WASHINGTON: A three-day summit, which begins in the US capital on Wednesday, will not link terrorism with Islam, says the White House.
“We are very, very clear that we do not believe that they (the terrorists) are representing Islam. There is absolutely no justification for these attacks in any religion,” a senior Obama administration official told journalists in Washington.
“You can call them what you want. We’re calling them terrorists,” said the official when a journalist said that extremists responsible for recent terrorist attacks were mostly Muslims.
Pakistan and India are among more than 60 countries attending the summit, which opens at the White House on Wednesday. US President Barack Obama, Vice President Joe Biden, Secretary of State John Kerry and UN Secretary General Ban Ki-moon are expected to address the summit.
President Obama will speak to the conference twice, first from the White House on Wednesday and again at a State Department event attended by foreign and interior ministers from 60 countries on Thursday.
Pakistan is expected to lay out its own national agenda before the summit, focusing on its sacrifices and efforts to combat terrorists.
Meanwhile, officials in New Delhi told reporters that the Indian delegation to the summit would focus on the threat India faced from Pakistan-based terrorist groups.
At a special briefing in Washington, senior Obama administration officials told journalists that the White House “Summit to Counter Extremism” would aim to unite the international community to fight extremism, without blaming any particular nation or faith.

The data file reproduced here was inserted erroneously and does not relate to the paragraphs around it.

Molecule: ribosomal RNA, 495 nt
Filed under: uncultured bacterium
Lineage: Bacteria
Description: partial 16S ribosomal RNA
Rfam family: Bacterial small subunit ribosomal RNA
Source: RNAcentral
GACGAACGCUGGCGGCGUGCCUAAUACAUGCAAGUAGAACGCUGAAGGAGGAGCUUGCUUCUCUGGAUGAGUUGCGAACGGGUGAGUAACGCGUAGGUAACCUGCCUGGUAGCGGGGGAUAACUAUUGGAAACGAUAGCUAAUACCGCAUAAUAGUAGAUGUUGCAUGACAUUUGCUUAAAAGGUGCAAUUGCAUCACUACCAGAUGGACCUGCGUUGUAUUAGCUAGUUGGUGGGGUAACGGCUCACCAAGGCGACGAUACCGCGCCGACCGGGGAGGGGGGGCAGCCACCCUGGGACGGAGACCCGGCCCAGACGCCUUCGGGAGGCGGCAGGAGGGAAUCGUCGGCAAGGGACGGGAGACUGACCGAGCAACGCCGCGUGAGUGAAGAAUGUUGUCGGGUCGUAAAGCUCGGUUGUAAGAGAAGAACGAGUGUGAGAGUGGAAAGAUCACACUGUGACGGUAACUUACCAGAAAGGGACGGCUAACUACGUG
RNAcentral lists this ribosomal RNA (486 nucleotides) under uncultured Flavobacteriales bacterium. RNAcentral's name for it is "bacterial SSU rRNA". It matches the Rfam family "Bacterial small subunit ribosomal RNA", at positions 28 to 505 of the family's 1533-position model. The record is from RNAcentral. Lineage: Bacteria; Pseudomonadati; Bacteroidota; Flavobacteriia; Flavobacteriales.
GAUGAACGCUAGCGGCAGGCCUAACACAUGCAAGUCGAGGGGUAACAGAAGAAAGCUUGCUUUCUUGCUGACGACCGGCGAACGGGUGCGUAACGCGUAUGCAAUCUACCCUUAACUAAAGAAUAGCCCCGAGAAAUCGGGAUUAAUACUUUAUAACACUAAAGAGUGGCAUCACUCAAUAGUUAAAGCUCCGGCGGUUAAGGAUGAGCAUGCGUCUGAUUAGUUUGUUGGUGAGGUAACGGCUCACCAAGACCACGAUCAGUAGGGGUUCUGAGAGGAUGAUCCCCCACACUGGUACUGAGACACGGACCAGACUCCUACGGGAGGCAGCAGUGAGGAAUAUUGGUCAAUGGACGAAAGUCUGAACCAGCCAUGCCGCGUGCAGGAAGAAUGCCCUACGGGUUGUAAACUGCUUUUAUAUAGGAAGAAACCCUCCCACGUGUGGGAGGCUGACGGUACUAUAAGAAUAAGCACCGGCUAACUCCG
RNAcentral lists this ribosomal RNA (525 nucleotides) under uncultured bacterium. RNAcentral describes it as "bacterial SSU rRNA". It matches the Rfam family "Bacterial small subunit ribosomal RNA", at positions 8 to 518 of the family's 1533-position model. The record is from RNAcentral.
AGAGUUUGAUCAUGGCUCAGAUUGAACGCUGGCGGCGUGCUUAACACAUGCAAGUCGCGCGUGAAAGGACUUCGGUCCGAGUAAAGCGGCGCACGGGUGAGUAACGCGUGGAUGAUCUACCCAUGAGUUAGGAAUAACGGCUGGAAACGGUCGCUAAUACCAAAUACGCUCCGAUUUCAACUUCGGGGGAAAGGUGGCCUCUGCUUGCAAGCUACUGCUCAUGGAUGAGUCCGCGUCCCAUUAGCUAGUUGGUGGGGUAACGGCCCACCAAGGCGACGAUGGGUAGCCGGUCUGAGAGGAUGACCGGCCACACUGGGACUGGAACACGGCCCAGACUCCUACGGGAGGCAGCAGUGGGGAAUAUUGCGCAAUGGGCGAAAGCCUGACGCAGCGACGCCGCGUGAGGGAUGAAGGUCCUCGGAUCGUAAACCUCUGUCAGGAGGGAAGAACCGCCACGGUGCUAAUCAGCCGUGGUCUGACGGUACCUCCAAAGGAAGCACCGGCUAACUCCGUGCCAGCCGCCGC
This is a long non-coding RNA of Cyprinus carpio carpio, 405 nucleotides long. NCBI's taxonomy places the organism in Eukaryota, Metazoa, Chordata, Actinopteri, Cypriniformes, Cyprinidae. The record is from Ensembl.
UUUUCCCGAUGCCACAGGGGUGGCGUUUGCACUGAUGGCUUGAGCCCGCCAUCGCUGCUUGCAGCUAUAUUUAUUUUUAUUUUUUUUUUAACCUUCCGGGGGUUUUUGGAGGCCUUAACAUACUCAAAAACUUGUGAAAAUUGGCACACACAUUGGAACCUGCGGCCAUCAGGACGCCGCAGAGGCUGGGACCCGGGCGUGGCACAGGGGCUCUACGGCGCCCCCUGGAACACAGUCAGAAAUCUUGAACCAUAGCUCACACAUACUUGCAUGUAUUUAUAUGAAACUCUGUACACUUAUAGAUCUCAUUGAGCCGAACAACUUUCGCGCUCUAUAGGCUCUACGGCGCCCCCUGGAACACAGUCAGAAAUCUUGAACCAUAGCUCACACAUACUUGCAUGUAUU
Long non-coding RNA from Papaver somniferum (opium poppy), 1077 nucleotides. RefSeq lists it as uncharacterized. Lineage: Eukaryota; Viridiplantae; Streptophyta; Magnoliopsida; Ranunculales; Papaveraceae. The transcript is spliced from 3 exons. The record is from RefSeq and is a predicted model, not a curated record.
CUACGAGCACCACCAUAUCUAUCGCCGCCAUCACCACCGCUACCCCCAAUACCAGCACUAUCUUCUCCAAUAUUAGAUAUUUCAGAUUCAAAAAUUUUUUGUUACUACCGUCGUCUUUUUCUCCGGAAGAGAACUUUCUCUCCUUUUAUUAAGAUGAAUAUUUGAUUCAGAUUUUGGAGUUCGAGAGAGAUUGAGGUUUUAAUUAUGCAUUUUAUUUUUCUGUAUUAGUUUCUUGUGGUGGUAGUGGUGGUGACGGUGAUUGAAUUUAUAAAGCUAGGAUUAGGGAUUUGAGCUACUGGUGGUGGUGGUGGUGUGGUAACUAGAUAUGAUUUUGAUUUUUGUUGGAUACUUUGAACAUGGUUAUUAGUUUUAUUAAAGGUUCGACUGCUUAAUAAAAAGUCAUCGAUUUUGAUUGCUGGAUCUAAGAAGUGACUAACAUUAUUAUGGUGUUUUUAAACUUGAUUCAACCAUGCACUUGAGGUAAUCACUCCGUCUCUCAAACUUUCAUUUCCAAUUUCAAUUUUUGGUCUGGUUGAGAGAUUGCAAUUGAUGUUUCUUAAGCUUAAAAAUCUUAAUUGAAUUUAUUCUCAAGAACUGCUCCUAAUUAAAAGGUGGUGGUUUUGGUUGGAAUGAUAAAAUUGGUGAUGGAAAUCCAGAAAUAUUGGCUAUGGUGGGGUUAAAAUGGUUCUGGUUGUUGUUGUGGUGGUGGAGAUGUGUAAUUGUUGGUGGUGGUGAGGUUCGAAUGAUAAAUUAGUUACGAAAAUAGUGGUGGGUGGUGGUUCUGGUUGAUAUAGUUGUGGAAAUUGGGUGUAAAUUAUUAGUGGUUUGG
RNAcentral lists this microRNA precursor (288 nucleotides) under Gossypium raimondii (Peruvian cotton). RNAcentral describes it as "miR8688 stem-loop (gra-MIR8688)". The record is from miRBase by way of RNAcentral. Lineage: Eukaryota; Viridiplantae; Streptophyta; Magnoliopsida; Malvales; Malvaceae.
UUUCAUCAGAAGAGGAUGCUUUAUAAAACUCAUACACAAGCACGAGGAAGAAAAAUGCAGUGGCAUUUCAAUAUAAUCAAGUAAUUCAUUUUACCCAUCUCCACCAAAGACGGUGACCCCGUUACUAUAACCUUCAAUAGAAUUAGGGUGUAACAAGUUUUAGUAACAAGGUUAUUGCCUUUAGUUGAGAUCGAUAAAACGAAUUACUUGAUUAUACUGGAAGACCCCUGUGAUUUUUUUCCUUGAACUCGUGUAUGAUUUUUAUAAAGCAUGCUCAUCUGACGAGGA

One of the officials said the vast majority of Muslims had suffered huge casualties from groups like ISIS or Al Qaeda and they too treated them as terrorists.
In a separate statement issued on Tuesday, the US State Department said the summit would highlight domestic and international efforts to prevent violent extremists and their supporters from radicalising, recruiting, or inspiring individuals to commit acts of violence.
“Foreign leaders, senior officials from the UN and regional organisations, and private and civil society representatives (will) discuss a broad range of challenges facing nations working to prevent and counter violent extremism,” the department added.
But senior Republican lawmakers have criticised the White House for refusing to single out Islamist extremists who, they claimed, were targeting the Western civilisation.
American-Muslim activists are also criticising the conference, saying that it would increase focus on the alleged Muslim involvement in terrorism and will increase Islamophobia in North America.
Published in Dawn February 18th , 2015